Age, sex, ethnicity, education, marital status, family poverty income ratio, smoking, alcohol intake, energy intake, saturated fat, medical characteristics, and WC, MET minutes of MVPA

Moderate

 Schmid D., et al. 2016 [46]

Cohort (NHANES 2003–2004, 2005–2006)

3702 adults in the U.S. (50–80 years)

ActiGraph 7164 (100 to 2019 CPM)

Replacing 30 min of SB with an equal amount of LPA

All-cause mortality (+): HR 0.88 (0.84, 0.92), cardiovascular disease mortality (+): HR 0.88 (0.81, 0.95), cancer mortality (0): HR 0.93 (0.86, 1.01)

Age, sex, education, ethnicity, height, smoking, alcohol consumption, total dietary fat intake, total dietary fiber intake, mobility limitations, history of diabetes, history of coronary heart disease, history of congestive heart failure, history of stroke, history of cancer (where appropriate), total accelerometer wear time, and all activities except the one it was replaced for

Moderate

 Hamer M., et al. 2014 [38]

Cross-sectional (Health Survey for England)

1947 adults in the U.K. (16–95 years)

ActiGraph GT1M (200 to 2019 CPM)

Tertiles of LPA (ref. the lowest tertile of LPA)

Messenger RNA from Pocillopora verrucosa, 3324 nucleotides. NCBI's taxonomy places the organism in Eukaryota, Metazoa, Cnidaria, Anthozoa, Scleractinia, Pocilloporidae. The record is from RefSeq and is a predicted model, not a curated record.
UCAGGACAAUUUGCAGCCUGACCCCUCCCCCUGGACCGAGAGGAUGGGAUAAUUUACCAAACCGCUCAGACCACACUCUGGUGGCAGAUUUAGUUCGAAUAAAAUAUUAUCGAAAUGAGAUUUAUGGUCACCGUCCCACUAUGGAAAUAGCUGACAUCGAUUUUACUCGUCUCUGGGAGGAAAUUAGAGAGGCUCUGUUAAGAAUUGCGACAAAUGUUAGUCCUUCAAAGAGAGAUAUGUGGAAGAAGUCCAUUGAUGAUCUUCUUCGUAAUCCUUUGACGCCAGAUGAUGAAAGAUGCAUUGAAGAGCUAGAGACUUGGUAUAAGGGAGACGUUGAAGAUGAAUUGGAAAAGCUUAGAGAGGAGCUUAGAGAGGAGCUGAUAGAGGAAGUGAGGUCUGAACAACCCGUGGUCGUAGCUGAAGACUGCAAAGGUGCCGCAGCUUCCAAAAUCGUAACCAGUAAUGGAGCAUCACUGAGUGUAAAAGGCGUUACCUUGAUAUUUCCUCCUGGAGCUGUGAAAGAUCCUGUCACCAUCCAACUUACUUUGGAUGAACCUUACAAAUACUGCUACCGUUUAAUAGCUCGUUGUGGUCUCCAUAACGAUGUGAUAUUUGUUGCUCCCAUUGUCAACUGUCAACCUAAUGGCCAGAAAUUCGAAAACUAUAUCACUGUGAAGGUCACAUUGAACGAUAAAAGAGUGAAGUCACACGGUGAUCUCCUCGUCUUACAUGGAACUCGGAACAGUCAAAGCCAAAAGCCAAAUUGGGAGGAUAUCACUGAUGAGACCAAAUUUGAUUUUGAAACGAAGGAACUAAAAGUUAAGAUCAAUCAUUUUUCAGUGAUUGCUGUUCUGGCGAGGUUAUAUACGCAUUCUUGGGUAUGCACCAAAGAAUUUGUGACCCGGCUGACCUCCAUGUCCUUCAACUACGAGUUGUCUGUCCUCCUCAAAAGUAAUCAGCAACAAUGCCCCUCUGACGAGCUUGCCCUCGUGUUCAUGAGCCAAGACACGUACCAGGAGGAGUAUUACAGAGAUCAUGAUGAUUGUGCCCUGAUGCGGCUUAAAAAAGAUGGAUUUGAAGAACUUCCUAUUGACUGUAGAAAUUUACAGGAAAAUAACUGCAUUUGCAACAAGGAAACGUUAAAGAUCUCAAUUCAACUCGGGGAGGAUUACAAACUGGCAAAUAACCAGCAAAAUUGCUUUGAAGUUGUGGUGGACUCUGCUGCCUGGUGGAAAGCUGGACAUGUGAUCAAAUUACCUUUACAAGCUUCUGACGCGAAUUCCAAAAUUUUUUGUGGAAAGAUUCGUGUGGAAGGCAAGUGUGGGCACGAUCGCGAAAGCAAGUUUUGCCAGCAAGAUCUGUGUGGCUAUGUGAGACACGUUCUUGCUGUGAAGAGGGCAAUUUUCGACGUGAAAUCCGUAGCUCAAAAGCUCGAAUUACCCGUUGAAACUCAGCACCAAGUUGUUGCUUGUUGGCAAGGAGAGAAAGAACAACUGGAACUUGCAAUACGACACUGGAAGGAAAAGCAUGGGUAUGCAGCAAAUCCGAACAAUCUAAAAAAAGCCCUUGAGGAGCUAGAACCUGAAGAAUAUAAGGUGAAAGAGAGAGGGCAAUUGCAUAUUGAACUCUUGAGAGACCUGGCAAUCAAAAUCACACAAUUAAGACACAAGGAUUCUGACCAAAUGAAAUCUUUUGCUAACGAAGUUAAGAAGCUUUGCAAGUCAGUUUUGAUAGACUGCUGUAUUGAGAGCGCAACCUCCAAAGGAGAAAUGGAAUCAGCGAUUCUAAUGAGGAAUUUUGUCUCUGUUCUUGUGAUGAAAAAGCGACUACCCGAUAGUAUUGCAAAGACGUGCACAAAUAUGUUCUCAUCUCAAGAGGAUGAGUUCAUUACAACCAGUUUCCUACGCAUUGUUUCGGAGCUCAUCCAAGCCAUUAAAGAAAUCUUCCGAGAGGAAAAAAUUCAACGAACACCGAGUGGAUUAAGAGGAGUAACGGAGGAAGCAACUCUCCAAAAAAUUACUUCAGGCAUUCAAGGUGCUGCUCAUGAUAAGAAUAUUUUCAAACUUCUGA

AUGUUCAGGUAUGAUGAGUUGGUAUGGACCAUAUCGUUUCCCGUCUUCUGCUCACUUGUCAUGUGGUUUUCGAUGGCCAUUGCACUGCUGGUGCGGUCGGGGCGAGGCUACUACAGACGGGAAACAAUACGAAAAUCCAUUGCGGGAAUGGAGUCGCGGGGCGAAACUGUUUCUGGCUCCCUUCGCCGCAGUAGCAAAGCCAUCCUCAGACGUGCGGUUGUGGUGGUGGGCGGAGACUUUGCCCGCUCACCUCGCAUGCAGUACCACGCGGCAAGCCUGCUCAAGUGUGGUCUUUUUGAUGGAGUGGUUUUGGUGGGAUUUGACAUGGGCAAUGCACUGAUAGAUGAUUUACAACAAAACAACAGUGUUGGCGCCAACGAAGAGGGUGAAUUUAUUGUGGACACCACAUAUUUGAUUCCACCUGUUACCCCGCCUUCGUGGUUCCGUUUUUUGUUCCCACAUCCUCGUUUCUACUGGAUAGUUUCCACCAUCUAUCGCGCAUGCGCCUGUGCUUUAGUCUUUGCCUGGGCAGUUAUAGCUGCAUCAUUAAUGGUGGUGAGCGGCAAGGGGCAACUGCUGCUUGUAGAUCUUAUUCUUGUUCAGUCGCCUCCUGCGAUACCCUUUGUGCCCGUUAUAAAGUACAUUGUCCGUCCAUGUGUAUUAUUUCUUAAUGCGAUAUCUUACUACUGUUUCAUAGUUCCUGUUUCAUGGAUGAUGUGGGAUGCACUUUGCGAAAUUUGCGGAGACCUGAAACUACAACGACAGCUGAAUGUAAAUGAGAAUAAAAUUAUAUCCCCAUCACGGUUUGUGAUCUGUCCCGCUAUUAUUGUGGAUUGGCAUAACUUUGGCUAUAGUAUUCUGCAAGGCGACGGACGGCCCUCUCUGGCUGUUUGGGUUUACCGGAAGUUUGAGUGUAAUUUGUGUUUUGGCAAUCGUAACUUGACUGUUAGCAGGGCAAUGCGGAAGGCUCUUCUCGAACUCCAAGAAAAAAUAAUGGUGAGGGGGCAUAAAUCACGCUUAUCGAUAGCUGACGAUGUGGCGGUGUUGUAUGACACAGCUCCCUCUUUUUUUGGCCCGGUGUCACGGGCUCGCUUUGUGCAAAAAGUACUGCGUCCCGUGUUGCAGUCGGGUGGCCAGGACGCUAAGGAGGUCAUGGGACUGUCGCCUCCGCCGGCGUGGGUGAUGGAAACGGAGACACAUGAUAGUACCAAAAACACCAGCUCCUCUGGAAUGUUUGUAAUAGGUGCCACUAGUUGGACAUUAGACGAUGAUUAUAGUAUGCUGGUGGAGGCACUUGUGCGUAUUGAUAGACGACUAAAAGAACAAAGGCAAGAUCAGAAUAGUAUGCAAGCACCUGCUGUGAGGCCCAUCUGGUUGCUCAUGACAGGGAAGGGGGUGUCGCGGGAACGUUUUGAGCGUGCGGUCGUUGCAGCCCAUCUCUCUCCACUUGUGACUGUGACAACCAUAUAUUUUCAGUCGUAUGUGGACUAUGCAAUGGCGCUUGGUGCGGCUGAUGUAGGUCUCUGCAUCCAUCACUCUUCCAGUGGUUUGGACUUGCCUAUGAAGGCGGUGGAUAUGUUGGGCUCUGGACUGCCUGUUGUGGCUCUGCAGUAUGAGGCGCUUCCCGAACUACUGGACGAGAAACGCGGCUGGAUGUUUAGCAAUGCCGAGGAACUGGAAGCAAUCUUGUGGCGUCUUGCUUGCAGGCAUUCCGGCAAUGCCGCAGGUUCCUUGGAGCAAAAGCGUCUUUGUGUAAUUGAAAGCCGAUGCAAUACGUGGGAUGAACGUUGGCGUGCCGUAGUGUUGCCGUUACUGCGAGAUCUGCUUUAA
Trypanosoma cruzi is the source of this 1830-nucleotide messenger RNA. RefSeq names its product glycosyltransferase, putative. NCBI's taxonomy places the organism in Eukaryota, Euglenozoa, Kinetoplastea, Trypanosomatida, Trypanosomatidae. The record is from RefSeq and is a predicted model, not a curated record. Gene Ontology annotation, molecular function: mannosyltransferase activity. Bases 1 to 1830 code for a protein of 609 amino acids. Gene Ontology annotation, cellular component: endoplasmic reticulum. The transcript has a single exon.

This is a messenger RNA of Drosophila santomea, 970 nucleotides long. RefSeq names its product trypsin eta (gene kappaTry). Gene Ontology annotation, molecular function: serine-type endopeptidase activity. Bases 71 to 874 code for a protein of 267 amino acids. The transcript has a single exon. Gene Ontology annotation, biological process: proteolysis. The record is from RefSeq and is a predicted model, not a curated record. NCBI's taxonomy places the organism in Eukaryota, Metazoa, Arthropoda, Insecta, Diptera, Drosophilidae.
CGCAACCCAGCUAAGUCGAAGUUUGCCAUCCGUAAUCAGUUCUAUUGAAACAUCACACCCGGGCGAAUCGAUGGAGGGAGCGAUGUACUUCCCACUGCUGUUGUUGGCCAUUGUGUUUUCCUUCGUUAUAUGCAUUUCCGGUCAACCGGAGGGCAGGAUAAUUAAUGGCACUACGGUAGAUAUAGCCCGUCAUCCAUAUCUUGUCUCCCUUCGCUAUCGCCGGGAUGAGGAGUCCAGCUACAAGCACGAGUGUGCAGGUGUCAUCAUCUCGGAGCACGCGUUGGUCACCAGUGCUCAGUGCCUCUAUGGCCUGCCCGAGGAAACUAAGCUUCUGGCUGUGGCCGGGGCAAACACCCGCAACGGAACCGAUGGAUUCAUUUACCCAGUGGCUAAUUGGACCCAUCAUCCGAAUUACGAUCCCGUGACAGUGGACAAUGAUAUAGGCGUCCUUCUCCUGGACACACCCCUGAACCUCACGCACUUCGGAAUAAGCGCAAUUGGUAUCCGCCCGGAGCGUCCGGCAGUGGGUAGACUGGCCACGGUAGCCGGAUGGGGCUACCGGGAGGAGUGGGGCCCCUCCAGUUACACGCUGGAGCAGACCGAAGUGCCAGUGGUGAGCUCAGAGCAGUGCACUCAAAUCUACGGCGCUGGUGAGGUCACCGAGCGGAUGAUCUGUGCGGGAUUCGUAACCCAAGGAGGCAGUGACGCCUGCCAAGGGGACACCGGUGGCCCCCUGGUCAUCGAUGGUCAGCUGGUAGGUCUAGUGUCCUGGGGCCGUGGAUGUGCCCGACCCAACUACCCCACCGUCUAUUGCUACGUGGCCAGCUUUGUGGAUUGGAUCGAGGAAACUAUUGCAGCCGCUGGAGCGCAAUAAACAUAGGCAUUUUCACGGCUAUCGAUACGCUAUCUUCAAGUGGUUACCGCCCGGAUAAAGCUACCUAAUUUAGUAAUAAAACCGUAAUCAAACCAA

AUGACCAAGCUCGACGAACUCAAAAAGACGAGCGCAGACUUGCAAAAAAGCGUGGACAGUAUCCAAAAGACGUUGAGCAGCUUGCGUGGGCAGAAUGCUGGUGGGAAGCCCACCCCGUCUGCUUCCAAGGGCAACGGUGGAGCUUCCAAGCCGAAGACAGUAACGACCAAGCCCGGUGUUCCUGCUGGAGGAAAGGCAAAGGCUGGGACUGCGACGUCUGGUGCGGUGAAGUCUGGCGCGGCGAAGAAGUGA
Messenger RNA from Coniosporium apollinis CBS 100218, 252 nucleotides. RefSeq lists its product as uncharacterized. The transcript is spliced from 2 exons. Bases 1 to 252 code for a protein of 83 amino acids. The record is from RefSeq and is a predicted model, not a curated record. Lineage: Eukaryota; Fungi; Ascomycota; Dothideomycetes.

Psychological distress (+): OR 0.56 (0.37, 0.84) for the middle tertile, 0.73 (0.48, 1.12) for the highest tertile.

Age, sex, accelerometry wear time, smoking, alcohol, education, BMI, social occupational group employment long-term illness, and tertiles of MVPA

Moderate

 Buman MP., et al. 2013 [25]

Cross-sectional (NHANES 2005–2006)

4130 adults in the U.S. (46.6 ± 18.5 years) (923 fasting samples)

ActiGraph 7164 (100 to 1951 CPM)

Replacing 30 min of SB with LPA

WC (0): RR 0.999 (0.996, 1.001), triglycerides (+): RR 0.981 (0.972, 0.991), insulin (+): RR 0.976, (0.962, 0.991), HDL-C (0): RR 1.003 (0.998, 1.008), HOMA β (+), HOMA S (+), SBP (−), BP (−), glucose (0), CRP (0), and LDL-C (0)

Age, sex, race/ethnicity, marital status, education, work status, poverty, smoking, depressive symptoms, energy intake, saturated fat, caffeine, alcohol use, general health rating, disease, sleep duration, and MVPA

Moderate

 Fanning J., et al. 2016 [41]

Cross-sectional

247 adults in the U.S. (65.4 ± 4.6 years)

ActiGraph GT1M/ GT3X (51 to 1040 CPM)

Replacing 30 min of SB with LPA

Self-regulation (0), spatial working memory (0), and task switching (0)

Age, sex, race, total time, and other behavior.

Moderate

a+: beneficially associated/ favorable association, −: unfavorable association, 0: not associated